Methyl-α-D-Glucopyranoside Test: Introduction, Principle, Procedure, Result Interpretation, Uses and Keynotes

Methyl-α-D-Glucopyranoside Test: Introduction, Principle, Procedure, Result Interpretation, Uses and Keynotes

Introduction of Methyl-α-D-Glucopyranoside Test

Methyl-α-D-Glucopyranoside Test short form is MGP test. MGP test is effective for species identification of Enterococcus. Enterococcus gallinarum and Enterococcus casseliflavus are MGP test positive while Enterococcus faecalis and Enterococcus faecium are negative. Vancomycin-resistant Enterococcus faecium (VREF) is a serious nosocomial problem that is difficult to differentiate from  Enterococcus gallinarum and Enterococcus casseliflavus, while not important for purposes of control of nosocomial infections, show intrinsic resistance to vancomycin due to the vanC gene. Another side, E. gallinarum, and E. casseliflavus are difficult to differentiate from VREF by conventional biochemical tests since they are phenotypically closely related. Therefore, the MGP test is useful in preventing the misidentification of vancomycin-resistant E. gallinarum as VREF for laboratories that cannot perform the rapid tube motility test. It is an alternative to the motility test. Typically, E. gallinarum and E. casseliflavus can be differentiated from E. faecium based on motility: E. gallinarum and E. casseliflavus are motile, while E. faecium is non-motile.

Principle of Methyl-α-D-Glucopyranoside Test

MGP broth is useful to differentiate enterococci based on the ability to acidify the carbohydrate MGP. Phenol red indicator present in a medium that helps to identify the organisms on the basis of color development i.e. development of yellow color,  MGP test positive whereas red or orange negative.

Requirements for Methyl-α-D-Glucopyranoside Test

  • Organisms should be tested having one of the following features- 
  •  Test any GPC that is catalase-negative and PYR positive and grows on plates with 6 µg of vancomycin per ml or demonstrates resistance to vancomycin by antimicrobial susceptibility testing but shows susceptibility to ampicillin. Test any isolate that is identified as Enterococcus faecium by a commercial kit system but is ampicillin susceptible.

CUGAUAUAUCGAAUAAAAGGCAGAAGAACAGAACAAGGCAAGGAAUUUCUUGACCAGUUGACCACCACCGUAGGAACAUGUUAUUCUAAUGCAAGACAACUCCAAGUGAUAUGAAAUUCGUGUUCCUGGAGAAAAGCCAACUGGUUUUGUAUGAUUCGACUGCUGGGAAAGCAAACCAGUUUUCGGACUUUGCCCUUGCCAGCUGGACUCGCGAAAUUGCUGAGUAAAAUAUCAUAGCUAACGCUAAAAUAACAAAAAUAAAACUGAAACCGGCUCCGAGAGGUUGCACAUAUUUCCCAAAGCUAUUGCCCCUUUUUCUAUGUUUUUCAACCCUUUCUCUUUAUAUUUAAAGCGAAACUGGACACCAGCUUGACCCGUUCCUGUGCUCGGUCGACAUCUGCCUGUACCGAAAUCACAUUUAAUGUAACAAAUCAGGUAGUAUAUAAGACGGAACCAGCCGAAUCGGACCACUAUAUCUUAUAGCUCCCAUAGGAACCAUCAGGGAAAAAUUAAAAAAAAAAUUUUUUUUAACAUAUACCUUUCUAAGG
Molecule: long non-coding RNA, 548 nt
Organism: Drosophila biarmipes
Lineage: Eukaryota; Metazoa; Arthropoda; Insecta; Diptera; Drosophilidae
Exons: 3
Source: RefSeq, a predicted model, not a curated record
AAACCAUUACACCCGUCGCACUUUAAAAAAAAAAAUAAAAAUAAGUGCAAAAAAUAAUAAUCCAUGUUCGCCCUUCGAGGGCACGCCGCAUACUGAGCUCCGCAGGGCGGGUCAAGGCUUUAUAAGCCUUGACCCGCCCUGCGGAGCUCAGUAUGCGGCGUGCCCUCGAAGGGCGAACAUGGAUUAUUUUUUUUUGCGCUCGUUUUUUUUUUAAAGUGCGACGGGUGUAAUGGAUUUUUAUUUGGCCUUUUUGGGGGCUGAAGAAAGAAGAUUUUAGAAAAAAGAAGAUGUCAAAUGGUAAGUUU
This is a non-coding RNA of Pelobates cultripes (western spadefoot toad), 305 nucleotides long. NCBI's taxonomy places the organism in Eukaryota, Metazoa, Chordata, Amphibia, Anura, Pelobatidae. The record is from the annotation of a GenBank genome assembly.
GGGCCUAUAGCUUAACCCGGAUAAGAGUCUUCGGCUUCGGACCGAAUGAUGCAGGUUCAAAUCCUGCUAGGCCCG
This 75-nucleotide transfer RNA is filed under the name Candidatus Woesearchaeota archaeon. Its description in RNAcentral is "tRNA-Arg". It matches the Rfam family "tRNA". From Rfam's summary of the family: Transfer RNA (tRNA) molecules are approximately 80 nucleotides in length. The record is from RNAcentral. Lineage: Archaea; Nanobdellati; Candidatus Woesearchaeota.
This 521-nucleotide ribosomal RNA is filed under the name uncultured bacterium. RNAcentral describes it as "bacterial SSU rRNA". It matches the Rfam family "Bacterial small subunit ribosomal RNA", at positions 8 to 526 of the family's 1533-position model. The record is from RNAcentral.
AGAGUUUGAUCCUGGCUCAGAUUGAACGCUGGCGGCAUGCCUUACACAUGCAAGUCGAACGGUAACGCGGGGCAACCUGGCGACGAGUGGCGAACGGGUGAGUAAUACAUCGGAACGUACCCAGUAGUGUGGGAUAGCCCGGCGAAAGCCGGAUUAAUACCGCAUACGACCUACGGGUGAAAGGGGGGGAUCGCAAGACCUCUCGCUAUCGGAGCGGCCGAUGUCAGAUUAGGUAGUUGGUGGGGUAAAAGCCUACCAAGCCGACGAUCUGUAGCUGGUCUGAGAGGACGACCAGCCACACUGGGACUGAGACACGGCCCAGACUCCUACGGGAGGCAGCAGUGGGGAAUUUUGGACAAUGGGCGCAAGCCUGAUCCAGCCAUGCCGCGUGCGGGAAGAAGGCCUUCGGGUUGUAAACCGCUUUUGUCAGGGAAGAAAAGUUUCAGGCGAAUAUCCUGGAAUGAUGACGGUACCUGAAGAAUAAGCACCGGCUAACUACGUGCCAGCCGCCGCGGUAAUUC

• Test any nonmotile enterococcus that demonstrates resistance to vancomycin with a MIC less than 32 µg/ml but is ampicillin susceptible.
  • MGP test can be performed from any blood agar plate or any plate medium with enterococcal growth, even including media with bile-esculin or azide.
  • MGP brothComposition of MGP brothPancreatic digest of casein :10.0 gSodium chloride :5.0 gMGP :10.0 gPhenol red :18.0 mgDistilled or deionized water: 1000 ml
  • Inoculating needle
  • Incubator
  • Control organisms 
  • Positive Control(PC) E. gallinarum ATCC 49573
  •  Negative Control (NC)  E. faecalis ATCC 29212

Procedure of MGP Test

  1. With the help of inoculating needle, Inoculate the MGP broth by lightly touching a single, isolated colony.
  2. Do not use a heavy inoculum.
  3. Incubate aerobically at 35°C for 24 hours.
  4. Observe for development of yellow color change in the medium.

Result interpretation of Methyl-α-D-Glucopyranoside Test

 MGP test Positive: Development of a yellow color  acidification of MGP

MGP test Negative: Red or orange color

E. gallinarum ATCC 49573: MGP test Positive

E. faecalis ATCC 29212: MGP Negative

Limitations of Methyl-α-D-Glucopyranoside Test

  • A heavy inoculum may give false-positive results.
  • Longer incubation times may result in false-positive reactions.
  • The test has reported sensitivity of  98-100% and a specificity of 95%
  • Enterococcus vagococcus gives a positive result.


  1. Cowan and Steel’s, manual for the identification of medical bacteria
  2. Lynne S. Garcia, Clinical Microbiology Procedures Handbook
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